With a new round of prospects on the team, timing is perfect to thank Jamie Kellner for providing the vast majority of the photo content used at Canes and Coffee. You can find Jamie on Twitter at @jbkellner and can visit her photo site HERE.
This article starts into what will be an intermittent series that will ultimately provide ‘from the rink’ insight on all of the newest Carolina Hurricanes prospects.
In addition to this article, please also check the companion ‘Reading List’ article for Lenni Killinen that includes links to external articles about Lenni Killinen.
Killinen was selected by the Carolina Hurricanes in the fourth round of the 2018 NHL Draft. Killinen continues the Hurricanes run of selecting a Finnish forward in the draft in each year dating back to an auspicious start with Sebastian Aho’s selection in the second round of the 2015 NHL Draft. As a good skater with a projectable NHL frame and enough skill, Killinen is maybe a bit raw at this early stage of his development, but he has a high ceiling for a mid-round draft pick.
Marco Bombino (Twitter=@marco_bombino) is a Finnish prospect analyst for McKeen’s Hockey and FinnProspects. He also has his own website finnishjuniorhockey.com that provides information on Finnish prospects playing in juniors and at the pro level. He has previously worked for Future Considerations, Over The Boards and Dobber Prospects.
Interviews on Lenni Killinen
Canes and Coffee: How would you summarize Lenni Killinen’s 2017-18 season across a couple different teams and tourneys?
Marco Bombino: Killinnen had a very good, productive season for Blues U20. For me, he was one of the most interesting forwards to watch in the Finnish U20 league. I also liked what I saw from him in Mestis against men. He made plays and he was clearly able to keep up with the pace of the game. He couldn’t perform at the same level for the U18 national team, despite some flashes from time to time, as his game lacked consistency.
Jokke Nevalainen: Killinen spent most of the season playing junior hockey at the highest level in Finland. He was one of the best U18 players in that league and scored 13 goals and 41 points in 38 games but he was held pointless in four playoff games. Killinen also played 10 games against men at the second highest level in Mestis where he scored two goals and four points. It is a small amount of games but that’s a promising sign nonetheless.
His success in international tournaments wasn’t as good. At the U18 World Championship, Killinen started the tournament by playing on the second line. Things didn’t seem to work, so he was first demoted to third line, and then quickly became the 13th forward for Team Finland. He earned a gold medal from the tournament but didn’t really make a difference one way or another.
Canes and Coffee: What are Lenni Killinen’s current strengths as a player that give him the potential to reach the NHL level in the future?
Marco Bombino: His biggest are strengths are his offensive skill set and skating. He can score goals and has a very good wrist shot, and his stickhandling was also above-average at the U20’s. He has the ability to drive to the net with authority, using his great speed to cut inside with the puck. A powerful skater with a mix of agility and fluidity, he has the potential to develop into a strong skater at the NHL level. Although he’s a bit raw right now, the ceiling is high.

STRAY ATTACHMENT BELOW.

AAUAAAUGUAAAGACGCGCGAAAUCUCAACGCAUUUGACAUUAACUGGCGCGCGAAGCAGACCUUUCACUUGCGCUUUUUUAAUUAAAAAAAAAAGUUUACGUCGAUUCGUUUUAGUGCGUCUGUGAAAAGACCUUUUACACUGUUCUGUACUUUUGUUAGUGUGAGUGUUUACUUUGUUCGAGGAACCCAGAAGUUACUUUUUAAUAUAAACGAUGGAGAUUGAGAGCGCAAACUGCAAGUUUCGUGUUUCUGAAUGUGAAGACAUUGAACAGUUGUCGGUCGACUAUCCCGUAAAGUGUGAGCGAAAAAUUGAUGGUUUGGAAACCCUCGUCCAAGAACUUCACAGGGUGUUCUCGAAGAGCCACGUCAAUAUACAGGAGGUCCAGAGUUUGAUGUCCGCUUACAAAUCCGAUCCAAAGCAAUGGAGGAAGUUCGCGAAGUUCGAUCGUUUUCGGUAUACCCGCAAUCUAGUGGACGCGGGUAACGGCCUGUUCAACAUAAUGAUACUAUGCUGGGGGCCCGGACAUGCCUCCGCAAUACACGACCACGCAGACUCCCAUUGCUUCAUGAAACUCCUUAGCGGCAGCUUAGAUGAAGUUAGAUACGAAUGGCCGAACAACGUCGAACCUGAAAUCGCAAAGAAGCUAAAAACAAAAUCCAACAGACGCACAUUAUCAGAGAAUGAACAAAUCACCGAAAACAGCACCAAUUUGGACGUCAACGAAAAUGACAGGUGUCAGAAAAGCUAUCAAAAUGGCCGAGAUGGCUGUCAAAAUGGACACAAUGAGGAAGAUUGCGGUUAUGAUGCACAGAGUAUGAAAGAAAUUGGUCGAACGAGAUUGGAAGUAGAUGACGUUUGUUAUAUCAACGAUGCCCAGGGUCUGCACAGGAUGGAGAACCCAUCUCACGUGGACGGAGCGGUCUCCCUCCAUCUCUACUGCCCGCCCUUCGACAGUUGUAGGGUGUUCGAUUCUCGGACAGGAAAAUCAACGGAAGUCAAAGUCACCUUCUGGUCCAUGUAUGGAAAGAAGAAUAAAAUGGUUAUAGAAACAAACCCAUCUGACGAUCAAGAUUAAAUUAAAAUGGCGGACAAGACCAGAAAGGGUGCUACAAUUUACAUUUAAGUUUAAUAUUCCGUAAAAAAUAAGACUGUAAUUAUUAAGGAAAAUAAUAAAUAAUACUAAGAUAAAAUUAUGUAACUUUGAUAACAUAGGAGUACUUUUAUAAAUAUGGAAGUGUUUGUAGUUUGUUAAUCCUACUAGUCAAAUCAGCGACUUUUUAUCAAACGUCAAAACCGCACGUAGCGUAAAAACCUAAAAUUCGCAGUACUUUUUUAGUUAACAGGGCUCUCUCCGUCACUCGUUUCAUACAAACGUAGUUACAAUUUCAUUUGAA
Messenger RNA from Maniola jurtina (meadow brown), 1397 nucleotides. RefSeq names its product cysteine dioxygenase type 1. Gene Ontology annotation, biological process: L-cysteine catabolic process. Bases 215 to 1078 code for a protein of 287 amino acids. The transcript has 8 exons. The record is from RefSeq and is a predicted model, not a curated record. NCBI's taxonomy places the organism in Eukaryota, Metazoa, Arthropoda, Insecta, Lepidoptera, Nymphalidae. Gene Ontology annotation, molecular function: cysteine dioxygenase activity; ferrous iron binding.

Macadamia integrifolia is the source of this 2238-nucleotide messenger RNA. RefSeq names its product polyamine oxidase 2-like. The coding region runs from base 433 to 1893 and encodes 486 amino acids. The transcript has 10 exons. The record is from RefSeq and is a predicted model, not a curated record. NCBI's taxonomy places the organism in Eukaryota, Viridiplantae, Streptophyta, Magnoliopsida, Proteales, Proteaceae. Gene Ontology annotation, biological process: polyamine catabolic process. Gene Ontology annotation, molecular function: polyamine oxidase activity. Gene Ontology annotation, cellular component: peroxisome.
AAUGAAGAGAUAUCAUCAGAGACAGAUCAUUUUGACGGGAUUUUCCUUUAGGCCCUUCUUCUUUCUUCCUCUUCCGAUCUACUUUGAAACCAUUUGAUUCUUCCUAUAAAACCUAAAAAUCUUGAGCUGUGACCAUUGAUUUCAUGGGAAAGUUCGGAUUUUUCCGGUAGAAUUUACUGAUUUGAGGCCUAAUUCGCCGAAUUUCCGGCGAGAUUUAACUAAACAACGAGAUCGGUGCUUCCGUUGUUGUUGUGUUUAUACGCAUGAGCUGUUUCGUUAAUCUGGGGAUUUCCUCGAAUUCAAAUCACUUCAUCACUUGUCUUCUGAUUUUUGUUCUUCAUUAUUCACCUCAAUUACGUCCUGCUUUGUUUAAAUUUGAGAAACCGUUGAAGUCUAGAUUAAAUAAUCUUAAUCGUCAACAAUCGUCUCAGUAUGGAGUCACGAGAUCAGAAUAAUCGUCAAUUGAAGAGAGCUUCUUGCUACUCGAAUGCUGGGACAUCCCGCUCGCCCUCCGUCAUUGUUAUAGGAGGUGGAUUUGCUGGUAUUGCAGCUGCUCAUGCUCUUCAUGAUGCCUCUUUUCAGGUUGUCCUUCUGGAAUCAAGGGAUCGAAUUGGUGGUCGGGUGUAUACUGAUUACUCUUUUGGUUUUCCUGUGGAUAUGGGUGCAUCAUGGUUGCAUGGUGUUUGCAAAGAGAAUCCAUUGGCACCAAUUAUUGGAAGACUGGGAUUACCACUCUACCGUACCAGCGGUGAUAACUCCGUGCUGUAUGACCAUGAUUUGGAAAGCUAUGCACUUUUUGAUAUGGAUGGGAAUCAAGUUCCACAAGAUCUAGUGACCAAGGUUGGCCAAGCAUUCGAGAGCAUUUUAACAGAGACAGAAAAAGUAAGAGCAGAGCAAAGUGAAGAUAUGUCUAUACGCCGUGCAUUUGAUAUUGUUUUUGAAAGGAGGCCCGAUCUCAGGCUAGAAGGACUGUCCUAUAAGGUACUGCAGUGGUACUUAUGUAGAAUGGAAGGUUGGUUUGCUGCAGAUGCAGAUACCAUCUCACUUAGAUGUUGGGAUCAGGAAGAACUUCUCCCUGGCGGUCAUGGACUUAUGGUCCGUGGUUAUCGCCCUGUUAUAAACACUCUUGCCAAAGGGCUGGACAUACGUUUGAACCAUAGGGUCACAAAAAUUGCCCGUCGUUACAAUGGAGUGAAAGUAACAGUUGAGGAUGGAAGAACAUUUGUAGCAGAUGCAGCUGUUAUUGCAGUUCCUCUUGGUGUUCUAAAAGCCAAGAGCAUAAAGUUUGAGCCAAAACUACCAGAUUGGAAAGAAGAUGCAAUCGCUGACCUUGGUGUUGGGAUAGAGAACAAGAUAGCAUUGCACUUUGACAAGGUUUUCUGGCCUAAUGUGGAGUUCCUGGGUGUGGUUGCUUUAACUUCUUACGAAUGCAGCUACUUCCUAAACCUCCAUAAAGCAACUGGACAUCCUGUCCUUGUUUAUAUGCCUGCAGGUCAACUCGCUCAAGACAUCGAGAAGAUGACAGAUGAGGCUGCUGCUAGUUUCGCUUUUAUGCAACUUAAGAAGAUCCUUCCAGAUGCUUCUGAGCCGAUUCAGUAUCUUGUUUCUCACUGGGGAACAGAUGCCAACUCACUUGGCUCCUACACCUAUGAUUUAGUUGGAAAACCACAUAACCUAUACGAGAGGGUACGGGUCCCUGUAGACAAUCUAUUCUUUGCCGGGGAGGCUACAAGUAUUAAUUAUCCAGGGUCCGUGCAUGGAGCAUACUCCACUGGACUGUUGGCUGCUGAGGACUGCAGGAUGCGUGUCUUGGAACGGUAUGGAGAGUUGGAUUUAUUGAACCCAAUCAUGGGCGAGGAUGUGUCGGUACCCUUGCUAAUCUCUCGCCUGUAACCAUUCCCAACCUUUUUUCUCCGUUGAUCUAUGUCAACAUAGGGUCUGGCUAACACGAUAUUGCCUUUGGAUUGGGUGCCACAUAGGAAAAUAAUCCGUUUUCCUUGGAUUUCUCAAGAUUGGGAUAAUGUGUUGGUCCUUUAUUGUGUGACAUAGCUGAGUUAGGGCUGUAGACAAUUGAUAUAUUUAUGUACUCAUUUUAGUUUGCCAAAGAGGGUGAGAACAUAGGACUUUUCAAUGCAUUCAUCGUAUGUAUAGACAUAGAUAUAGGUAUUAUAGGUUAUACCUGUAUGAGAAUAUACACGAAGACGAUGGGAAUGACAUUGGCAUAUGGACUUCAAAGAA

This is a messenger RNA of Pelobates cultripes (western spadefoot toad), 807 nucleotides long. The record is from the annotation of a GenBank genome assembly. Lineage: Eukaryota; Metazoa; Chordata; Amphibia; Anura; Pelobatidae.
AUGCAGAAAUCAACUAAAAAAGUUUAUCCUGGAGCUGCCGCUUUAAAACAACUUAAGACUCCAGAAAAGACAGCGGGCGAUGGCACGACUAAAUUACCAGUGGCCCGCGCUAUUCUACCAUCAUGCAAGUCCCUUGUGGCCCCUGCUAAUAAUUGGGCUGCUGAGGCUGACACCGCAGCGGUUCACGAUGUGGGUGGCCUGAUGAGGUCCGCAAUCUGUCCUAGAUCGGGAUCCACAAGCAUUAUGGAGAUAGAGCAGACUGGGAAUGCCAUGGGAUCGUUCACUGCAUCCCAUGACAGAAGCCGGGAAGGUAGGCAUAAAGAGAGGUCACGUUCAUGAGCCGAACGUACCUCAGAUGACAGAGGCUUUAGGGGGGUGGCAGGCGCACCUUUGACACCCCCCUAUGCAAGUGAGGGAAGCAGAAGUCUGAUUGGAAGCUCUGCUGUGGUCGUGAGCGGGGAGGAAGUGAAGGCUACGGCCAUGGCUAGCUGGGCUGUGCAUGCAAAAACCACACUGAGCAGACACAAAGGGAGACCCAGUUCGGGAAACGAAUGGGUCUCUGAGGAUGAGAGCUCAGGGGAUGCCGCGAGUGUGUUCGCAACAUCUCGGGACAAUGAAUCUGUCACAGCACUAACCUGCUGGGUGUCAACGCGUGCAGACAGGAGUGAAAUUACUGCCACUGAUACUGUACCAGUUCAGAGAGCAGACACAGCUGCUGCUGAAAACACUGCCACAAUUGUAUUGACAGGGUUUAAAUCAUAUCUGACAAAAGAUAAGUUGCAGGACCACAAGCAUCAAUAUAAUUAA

Jokke Nevalainen: Killinen has a very nice set of tools. He has good size and he knows how to use it to protect the puck. His skating is very good. He has good hands, and his shot is good as well.
Canes and Coffee: What areas of Killinen’s game have room for improvement as he develops as a player over the next few years?
Marco Bombino: He will definitely need to improve his consistency. In my viewings this past season, he was often invisible for overly long periods. While he does have the ability to make plays in the offensive zone, he’ll need to find more ways to make an impact. Also, the games in the men’s league showed that he’ll need to gain strength and learn to utilize his size more effectively to his advantage. He would also benefit from adding aggressiveness and toughness to his game.
Jokke Nevalainen: He can disappear for long stretches of time. You may not notice him for most of the game, and then suddenly he makes a great play or scores an important goal. Teams in junior hockey are willing to overlook those consistency issues but professional teams may not have the opportunity to do so.
Canes and Coffee: Does Lenni Killinen’s skill set and style of play remind you of a current or former NHL player who might be a model for him as he develops?
Marco Bombino: One NHLer that comes to mind is Tomas Hertl. Both are big, instinctive and skilled players with the ability to both score goals and set up their teammates for chances. As mentioned, Killinen will need to get stronger and become a more well-rounded player, but I think there are some similarities between him and Hertl.
Jokke Nevalainen: Sorry, but I don’t like player comparisons.
Canes and Coffee: Is there anything else about Lenni Killinen that is not covered in the questions above that might be of interest to Carolina Hurricanes fans who are just getting up to speed on him?
Marco Bombino: N/A.
Jokke Nevalainen: For the upcoming season, Killinen is moving to Ässät organization. Their pro team plays at the top level in Liiga but it remains to be seen if Killinen can make the jump there right away. If not, they can put him back in the junior league or loan him to Mestis. Ässät is the team where third overall selection Jesperi Kotkaniemi plays, and Canes prospect Aleksi Saarela also used to play for Ässät.
Canes and Coffee would like to extend a huge thank you to Marco Bombino from Finnish Junior Hockey and Jokke Nevalainen from Dobber Prospects for sharing their ‘from the rink’ insight all the way from Finland on Canes prospect Lenni Killinen.